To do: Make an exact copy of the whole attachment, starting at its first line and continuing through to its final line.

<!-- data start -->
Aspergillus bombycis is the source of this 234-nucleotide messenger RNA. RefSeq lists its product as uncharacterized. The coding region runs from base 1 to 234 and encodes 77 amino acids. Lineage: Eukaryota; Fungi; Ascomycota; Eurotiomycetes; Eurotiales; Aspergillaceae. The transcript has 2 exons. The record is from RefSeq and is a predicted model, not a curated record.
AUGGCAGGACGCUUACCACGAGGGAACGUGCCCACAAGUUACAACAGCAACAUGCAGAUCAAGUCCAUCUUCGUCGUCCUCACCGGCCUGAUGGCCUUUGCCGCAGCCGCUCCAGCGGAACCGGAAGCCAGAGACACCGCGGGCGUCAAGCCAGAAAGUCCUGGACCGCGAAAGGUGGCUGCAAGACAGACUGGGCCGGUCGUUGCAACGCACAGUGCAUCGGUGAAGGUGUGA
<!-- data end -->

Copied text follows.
Aspergillus bombycis is the source of this 234-nucleotide messenger RNA. RefSeq lists its product as uncharacterized. The coding region runs from base 1 to 234 and encodes 77 amino acids. Lineage: Eukaryota; Fungi; Ascomycota; Eurotiomycetes; Eurotiales; Aspergillaceae. The transcript has 2 exons. The record is from RefSeq and is a predicted model, not a curated record.
AUGGCAGGACGCUUACCACGAGGGAACGUGCCCACAAGUUACAACAGCAACAUGCAGAUCAAGUCCAUCUUCGUCGUCCUCACCGGCCUGAUGGCCUUUGCCGCAGCCGCUCCAGCGGAACCGGAAGCCAGAGACACCGCGGGCGUCAAGCCAGAAAGUCCUGGACCGCGAAAGGUGGCUGCAAGACAGACUGGGCCGGUCGUUGCAACGCACAGUGCAUCGGUGAAGGUGUGA